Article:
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Valley of the Shadow: After the Turmoil, My Heart Cries No More Hardcover – 1 Feb 1997

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Most Helpful Customer Reviews on (beta) HASH(0x96b382e8) out of 5 stars 8 reviews
27 of 28 people found the following review helpful
HASH(0x96750200) out of 5 stars For Helfert and others World War II did not end on V-E Day. 2 April 1999
By A Customer - Published on
Format: Hardcover
The years of World War II were terrible indeed. During those seven years, millions of innocent people (and some not so innocent) died. Yet, with the arrival of V-E Day, many assumed that the years of death and destruction of innocent people in Europe were over. Strangely, for many, the suffering was only beginning. Beginning in 1945, Europe saw the largest forced migration of its population in history as 11,700,000 people were evicted from their homes where their families had lived for up to 700 years. Of this number, 2,100,000 died en route. Among those deported were 3,000,000 Sudetenlanders, who were expelled from Czechoslovakia and sent to Germany after experiencing many attrocities, and the death of 267,000 of them. The story of these Sudetenlanders is told in Erich Anton Helfert's autobiography, "Valley of the Shadow." If you have any interest in the history of post-World War II Europe, you may enjoy (although that is probably not the right word) Erich Helfert's book. It reads like a novel, but one is warned in the beginning that everything described happened as described. I commend it to you.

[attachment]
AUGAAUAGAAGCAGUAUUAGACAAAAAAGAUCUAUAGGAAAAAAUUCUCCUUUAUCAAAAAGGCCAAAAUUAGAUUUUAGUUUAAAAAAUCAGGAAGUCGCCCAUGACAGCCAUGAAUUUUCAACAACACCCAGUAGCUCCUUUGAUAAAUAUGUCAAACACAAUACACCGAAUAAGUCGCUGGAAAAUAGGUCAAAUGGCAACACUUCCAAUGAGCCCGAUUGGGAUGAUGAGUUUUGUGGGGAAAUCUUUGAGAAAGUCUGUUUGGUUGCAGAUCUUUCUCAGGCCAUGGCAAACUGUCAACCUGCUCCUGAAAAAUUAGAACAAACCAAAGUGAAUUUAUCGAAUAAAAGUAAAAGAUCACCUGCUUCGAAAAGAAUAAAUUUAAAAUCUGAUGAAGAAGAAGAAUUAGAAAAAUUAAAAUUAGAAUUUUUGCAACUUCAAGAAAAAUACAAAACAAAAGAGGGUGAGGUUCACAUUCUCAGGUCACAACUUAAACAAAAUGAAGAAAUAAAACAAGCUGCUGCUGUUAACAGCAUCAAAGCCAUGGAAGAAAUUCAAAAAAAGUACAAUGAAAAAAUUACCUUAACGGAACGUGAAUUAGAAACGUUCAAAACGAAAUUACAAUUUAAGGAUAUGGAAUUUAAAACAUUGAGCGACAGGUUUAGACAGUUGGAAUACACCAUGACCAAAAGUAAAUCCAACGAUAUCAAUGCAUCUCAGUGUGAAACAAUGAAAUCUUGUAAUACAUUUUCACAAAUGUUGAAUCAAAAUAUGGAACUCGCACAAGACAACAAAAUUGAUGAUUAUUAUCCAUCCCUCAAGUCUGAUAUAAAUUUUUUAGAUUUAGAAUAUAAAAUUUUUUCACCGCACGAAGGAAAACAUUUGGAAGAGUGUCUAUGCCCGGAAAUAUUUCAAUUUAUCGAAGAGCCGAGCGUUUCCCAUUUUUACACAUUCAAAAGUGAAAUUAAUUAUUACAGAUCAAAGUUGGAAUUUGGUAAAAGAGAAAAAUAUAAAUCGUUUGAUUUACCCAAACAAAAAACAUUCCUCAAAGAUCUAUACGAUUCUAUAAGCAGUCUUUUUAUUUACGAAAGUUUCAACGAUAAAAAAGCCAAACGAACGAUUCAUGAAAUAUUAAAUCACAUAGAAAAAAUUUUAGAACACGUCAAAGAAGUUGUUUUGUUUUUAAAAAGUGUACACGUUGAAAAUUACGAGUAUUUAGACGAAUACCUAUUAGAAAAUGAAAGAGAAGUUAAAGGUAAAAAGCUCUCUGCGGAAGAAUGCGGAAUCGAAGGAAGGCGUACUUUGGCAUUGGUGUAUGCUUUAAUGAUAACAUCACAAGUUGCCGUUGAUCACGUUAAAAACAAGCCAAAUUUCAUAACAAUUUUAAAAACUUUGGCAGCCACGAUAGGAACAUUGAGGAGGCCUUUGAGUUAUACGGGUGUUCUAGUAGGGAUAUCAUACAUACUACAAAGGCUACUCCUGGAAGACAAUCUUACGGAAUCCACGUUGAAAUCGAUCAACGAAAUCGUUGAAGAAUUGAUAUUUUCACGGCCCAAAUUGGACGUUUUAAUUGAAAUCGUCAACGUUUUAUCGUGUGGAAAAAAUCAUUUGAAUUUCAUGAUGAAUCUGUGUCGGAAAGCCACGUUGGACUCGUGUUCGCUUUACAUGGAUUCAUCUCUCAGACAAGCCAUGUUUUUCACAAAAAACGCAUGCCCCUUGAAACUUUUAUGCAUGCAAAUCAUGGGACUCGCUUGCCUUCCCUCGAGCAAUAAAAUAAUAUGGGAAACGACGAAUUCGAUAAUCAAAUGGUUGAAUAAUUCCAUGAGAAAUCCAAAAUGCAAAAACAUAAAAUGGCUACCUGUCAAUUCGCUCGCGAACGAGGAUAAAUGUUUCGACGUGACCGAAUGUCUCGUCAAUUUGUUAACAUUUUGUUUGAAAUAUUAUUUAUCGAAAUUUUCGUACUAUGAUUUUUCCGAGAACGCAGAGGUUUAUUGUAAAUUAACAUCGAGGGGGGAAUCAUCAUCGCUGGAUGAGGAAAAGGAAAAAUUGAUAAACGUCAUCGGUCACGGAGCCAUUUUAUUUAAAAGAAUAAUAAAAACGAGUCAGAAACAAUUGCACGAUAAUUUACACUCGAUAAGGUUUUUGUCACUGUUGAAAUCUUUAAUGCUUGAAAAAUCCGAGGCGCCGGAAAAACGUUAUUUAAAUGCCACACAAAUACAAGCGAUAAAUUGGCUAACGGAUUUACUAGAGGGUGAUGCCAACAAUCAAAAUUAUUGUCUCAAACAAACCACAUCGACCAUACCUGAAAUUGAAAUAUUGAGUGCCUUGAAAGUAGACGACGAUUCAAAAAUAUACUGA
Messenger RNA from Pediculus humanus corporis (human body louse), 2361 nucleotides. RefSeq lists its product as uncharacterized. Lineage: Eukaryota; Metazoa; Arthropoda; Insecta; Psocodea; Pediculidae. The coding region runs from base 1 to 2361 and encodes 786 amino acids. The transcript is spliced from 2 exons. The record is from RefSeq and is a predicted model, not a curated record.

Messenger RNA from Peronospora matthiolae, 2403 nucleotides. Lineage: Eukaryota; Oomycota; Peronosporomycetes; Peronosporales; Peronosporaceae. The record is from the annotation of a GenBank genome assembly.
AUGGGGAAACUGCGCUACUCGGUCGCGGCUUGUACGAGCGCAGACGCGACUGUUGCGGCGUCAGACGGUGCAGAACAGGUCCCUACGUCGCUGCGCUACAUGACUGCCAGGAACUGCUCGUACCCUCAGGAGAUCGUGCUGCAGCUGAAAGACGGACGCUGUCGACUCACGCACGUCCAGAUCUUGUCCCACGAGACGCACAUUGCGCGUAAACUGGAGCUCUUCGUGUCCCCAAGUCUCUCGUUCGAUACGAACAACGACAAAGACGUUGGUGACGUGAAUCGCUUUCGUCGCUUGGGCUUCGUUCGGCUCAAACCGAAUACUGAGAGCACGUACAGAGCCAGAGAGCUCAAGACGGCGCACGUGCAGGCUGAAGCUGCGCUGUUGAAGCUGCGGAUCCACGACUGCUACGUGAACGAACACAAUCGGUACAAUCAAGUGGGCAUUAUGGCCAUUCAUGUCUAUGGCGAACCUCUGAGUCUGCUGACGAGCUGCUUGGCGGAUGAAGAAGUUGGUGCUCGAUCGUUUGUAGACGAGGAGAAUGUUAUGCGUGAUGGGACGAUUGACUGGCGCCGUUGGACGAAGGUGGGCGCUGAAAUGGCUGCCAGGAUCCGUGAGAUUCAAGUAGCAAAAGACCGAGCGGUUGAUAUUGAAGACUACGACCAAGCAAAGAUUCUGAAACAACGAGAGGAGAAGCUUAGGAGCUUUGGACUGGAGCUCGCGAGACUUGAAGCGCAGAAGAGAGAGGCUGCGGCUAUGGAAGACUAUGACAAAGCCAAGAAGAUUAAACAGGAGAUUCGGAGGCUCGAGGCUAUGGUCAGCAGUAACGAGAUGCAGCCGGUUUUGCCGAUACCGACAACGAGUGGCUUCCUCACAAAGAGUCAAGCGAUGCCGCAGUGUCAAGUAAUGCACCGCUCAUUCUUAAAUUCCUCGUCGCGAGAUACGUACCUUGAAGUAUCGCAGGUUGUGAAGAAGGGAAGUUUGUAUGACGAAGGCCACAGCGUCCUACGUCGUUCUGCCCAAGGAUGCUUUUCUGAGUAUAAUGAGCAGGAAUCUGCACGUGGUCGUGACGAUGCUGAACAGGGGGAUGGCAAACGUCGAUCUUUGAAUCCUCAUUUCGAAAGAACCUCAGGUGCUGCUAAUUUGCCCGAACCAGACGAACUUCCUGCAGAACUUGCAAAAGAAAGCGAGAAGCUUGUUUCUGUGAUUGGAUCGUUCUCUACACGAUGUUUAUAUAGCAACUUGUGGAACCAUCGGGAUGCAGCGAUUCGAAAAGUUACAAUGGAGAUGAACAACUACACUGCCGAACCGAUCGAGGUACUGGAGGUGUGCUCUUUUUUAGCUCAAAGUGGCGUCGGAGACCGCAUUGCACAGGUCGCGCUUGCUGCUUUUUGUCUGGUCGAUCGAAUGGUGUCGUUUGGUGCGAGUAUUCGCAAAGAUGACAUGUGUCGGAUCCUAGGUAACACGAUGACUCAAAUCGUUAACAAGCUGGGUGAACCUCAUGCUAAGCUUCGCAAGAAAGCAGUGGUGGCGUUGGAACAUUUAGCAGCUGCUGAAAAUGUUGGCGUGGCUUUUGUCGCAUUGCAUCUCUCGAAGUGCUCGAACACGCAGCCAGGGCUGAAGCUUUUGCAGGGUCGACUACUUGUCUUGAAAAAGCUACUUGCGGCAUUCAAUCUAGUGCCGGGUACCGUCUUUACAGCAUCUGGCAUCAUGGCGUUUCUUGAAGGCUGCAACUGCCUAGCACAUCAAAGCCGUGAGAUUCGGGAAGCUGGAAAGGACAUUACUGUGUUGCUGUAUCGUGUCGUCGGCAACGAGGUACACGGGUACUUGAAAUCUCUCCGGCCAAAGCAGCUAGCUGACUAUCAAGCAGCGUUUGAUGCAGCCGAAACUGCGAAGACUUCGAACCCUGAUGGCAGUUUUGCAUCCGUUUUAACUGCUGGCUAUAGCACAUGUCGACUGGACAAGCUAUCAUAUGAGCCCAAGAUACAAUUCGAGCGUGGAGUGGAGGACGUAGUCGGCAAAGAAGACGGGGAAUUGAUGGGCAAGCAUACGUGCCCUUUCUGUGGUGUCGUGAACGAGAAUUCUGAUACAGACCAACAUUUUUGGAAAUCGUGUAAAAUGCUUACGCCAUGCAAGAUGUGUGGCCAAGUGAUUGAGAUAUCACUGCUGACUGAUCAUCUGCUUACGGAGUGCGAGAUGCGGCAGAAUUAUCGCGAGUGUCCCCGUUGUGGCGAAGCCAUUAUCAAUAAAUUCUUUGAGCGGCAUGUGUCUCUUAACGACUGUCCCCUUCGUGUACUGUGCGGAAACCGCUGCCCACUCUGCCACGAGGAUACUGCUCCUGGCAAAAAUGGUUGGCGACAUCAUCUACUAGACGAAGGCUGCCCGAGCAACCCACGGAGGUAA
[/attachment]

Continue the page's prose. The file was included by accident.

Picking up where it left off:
16 of 17 people found the following review helpful
HASH(0x96750668) out of 5 stars Tell us your lifes' story ! 19 Mar. 2000
By Dr. Norman W. Fahrer - Published on
Format: Hardcover Verified Purchase
I feel very greatful to the author for telling his families story to us. My mother was a child when her family was given the choice to either leave or die. Her parents avoided talking about the terrible journey on foot from the Sudentenland to Germany. The few fragments I know from their tragedy resonate with the story E. A. Helfert has documented in his sensitive and enlighting book. He has experienced the terrors caused by mens irresistible urge of indiscriminate revenge and his story is a warning from history. Yet his story is also one of hope and faith in the good qualities of human mankind. And when these qualities manage to surface in the midst of terror and dispair then they appear like loving miracles. I wished that more people of his generation would write down their lifes' story, so the younger generation can break this cycle of revenge and make miracles.
5 of 5 people found the following review helpful
HASH(0x96750614) out of 5 stars Important service to humanity 30 Aug. 2003
By karpaten - Published on
Format: Hardcover
My mother's family are ethnic Germans from Slovakia, and the book touched me personally. For the overall framework, check Alfred de Zayas. By the way, the Prague University was closed for students after riots in 1940 for the time of the war, not because of anti-Slav prejudice (for Hitler, Czechs were half-German anyway, and indeed they are, and most Germans from the Sudetenland and Slovakia are heavily intermarried with Slavs as well), the Czech Protectorate government under pres. Hacha collaborated beautifully (the Czech part was not treated like Poland, but like France under Vichy), esp. the Vlajka, the Czech fascist movement under general Radola Gajda, there was a Czech armed force of 8,000 men, virtually no German soldiers in the countryside, and the food situation was far superior to Germany itself after 1943.